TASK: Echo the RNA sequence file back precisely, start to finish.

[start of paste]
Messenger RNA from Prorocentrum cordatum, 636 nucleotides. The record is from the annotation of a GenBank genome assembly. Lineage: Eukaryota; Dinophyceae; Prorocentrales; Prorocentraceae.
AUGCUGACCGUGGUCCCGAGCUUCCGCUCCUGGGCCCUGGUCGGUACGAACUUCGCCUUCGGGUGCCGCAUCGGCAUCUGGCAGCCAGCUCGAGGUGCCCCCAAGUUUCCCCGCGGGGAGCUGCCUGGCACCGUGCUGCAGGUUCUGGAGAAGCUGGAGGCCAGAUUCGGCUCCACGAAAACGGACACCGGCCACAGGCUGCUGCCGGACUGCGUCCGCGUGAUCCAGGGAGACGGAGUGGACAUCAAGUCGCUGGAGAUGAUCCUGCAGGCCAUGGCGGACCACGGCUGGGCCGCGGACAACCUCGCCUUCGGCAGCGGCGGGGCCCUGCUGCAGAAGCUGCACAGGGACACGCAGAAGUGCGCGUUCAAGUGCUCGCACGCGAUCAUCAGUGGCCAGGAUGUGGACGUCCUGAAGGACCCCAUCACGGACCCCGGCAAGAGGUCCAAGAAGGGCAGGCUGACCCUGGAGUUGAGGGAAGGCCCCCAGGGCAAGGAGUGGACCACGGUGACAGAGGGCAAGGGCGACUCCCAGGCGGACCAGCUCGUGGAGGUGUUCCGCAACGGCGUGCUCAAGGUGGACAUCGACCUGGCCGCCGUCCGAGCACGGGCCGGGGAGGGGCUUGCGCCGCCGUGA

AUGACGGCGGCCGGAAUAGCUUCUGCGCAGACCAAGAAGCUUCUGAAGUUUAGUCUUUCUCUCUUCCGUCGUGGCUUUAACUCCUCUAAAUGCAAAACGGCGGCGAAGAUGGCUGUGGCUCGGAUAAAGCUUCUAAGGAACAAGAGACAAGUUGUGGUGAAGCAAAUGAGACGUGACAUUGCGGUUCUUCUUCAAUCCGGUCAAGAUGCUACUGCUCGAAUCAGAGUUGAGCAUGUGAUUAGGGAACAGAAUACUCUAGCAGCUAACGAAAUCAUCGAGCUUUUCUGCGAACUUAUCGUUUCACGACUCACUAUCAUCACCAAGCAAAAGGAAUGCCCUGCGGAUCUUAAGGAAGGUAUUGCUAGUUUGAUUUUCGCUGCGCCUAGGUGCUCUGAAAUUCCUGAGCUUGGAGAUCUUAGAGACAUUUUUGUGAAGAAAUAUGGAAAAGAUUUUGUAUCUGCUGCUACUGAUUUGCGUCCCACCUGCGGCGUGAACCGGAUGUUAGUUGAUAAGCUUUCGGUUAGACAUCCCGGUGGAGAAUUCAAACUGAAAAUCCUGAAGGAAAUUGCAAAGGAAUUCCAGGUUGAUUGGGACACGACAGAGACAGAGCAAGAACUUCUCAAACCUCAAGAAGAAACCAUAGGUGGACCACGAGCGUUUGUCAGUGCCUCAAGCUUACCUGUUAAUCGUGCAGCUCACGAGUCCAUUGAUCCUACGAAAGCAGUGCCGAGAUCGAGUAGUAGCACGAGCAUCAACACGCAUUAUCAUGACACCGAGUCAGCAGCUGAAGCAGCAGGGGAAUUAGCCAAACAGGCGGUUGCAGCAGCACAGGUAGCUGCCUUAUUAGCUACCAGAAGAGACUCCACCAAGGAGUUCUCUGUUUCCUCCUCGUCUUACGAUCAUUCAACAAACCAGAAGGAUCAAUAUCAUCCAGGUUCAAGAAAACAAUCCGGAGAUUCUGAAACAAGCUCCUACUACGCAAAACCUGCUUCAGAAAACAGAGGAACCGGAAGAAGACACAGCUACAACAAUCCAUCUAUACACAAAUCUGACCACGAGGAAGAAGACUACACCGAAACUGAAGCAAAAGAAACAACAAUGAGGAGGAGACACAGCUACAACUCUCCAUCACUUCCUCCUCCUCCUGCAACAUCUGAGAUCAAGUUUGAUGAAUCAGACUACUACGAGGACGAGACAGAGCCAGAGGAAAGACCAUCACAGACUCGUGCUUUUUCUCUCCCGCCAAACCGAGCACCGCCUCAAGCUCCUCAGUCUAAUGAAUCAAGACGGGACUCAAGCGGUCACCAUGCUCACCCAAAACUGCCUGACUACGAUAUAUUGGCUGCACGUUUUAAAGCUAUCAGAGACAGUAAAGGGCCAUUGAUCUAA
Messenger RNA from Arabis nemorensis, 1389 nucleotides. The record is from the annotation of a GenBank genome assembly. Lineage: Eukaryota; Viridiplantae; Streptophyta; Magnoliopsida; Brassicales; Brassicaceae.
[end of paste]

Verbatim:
Messenger RNA from Prorocentrum cordatum, 636 nucleotides. The record is from the annotation of a GenBank genome assembly. Lineage: Eukaryota; Dinophyceae; Prorocentrales; Prorocentraceae.
AUGCUGACCGUGGUCCCGAGCUUCCGCUCCUGGGCCCUGGUCGGUACGAACUUCGCCUUCGGGUGCCGCAUCGGCAUCUGGCAGCCAGCUCGAGGUGCCCCCAAGUUUCCCCGCGGGGAGCUGCCUGGCACCGUGCUGCAGGUUCUGGAGAAGCUGGAGGCCAGAUUCGGCUCCACGAAAACGGACACCGGCCACAGGCUGCUGCCGGACUGCGUCCGCGUGAUCCAGGGAGACGGAGUGGACAUCAAGUCGCUGGAGAUGAUCCUGCAGGCCAUGGCGGACCACGGCUGGGCCGCGGACAACCUCGCCUUCGGCAGCGGCGGGGCCCUGCUGCAGAAGCUGCACAGGGACACGCAGAAGUGCGCGUUCAAGUGCUCGCACGCGAUCAUCAGUGGCCAGGAUGUGGACGUCCUGAAGGACCCCAUCACGGACCCCGGCAAGAGGUCCAAGAAGGGCAGGCUGACCCUGGAGUUGAGGGAAGGCCCCCAGGGCAAGGAGUGGACCACGGUGACAGAGGGCAAGGGCGACUCCCAGGCGGACCAGCUCGUGGAGGUGUUCCGCAACGGCGUGCUCAAGGUGGACAUCGACCUGGCCGCCGUCCGAGCACGGGCCGGGGAGGGGCUUGCGCCGCCGUGA

AUGACGGCGGCCGGAAUAGCUUCUGCGCAGACCAAGAAGCUUCUGAAGUUUAGUCUUUCUCUCUUCCGUCGUGGCUUUAACUCCUCUAAAUGCAAAACGGCGGCGAAGAUGGCUGUGGCUCGGAUAAAGCUUCUAAGGAACAAGAGACAAGUUGUGGUGAAGCAAAUGAGACGUGACAUUGCGGUUCUUCUUCAAUCCGGUCAAGAUGCUACUGCUCGAAUCAGAGUUGAGCAUGUGAUUAGGGAACAGAAUACUCUAGCAGCUAACGAAAUCAUCGAGCUUUUCUGCGAACUUAUCGUUUCACGACUCACUAUCAUCACCAAGCAAAAGGAAUGCCCUGCGGAUCUUAAGGAAGGUAUUGCUAGUUUGAUUUUCGCUGCGCCUAGGUGCUCUGAAAUUCCUGAGCUUGGAGAUCUUAGAGACAUUUUUGUGAAGAAAUAUGGAAAAGAUUUUGUAUCUGCUGCUACUGAUUUGCGUCCCACCUGCGGCGUGAACCGGAUGUUAGUUGAUAAGCUUUCGGUUAGACAUCCCGGUGGAGAAUUCAAACUGAAAAUCCUGAAGGAAAUUGCAAAGGAAUUCCAGGUUGAUUGGGACACGACAGAGACAGAGCAAGAACUUCUCAAACCUCAAGAAGAAACCAUAGGUGGACCACGAGCGUUUGUCAGUGCCUCAAGCUUACCUGUUAAUCGUGCAGCUCACGAGUCCAUUGAUCCUACGAAAGCAGUGCCGAGAUCGAGUAGUAGCACGAGCAUCAACACGCAUUAUCAUGACACCGAGUCAGCAGCUGAAGCAGCAGGGGAAUUAGCCAAACAGGCGGUUGCAGCAGCACAGGUAGCUGCCUUAUUAGCUACCAGAAGAGACUCCACCAAGGAGUUCUCUGUUUCCUCCUCGUCUUACGAUCAUUCAACAAACCAGAAGGAUCAAUAUCAUCCAGGUUCAAGAAAACAAUCCGGAGAUUCUGAAACAAGCUCCUACUACGCAAAACCUGCUUCAGAAAACAGAGGAACCGGAAGAAGACACAGCUACAACAAUCCAUCUAUACACAAAUCUGACCACGAGGAAGAAGACUACACCGAAACUGAAGCAAAAGAAACAACAAUGAGGAGGAGACACAGCUACAACUCUCCAUCACUUCCUCCUCCUCCUGCAACAUCUGAGAUCAAGUUUGAUGAAUCAGACUACUACGAGGACGAGACAGAGCCAGAGGAAAGACCAUCACAGACUCGUGCUUUUUCUCUCCCGCCAAACCGAGCACCGCCUCAAGCUCCUCAGUCUAAUGAAUCAAGACGGGACUCAAGCGGUCACCAUGCUCACCCAAAACUGCCUGACUACGAUAUAUUGGCUGCACGUUUUAAAGCUAUCAGAGACAGUAAAGGGCCAUUGAUCUAA
Messenger RNA from Arabis nemorensis, 1389 nucleotides. The record is from the annotation of a GenBank genome assembly. Lineage: Eukaryota; Viridiplantae; Streptophyta; Magnoliopsida; Brassicales; Brassicaceae.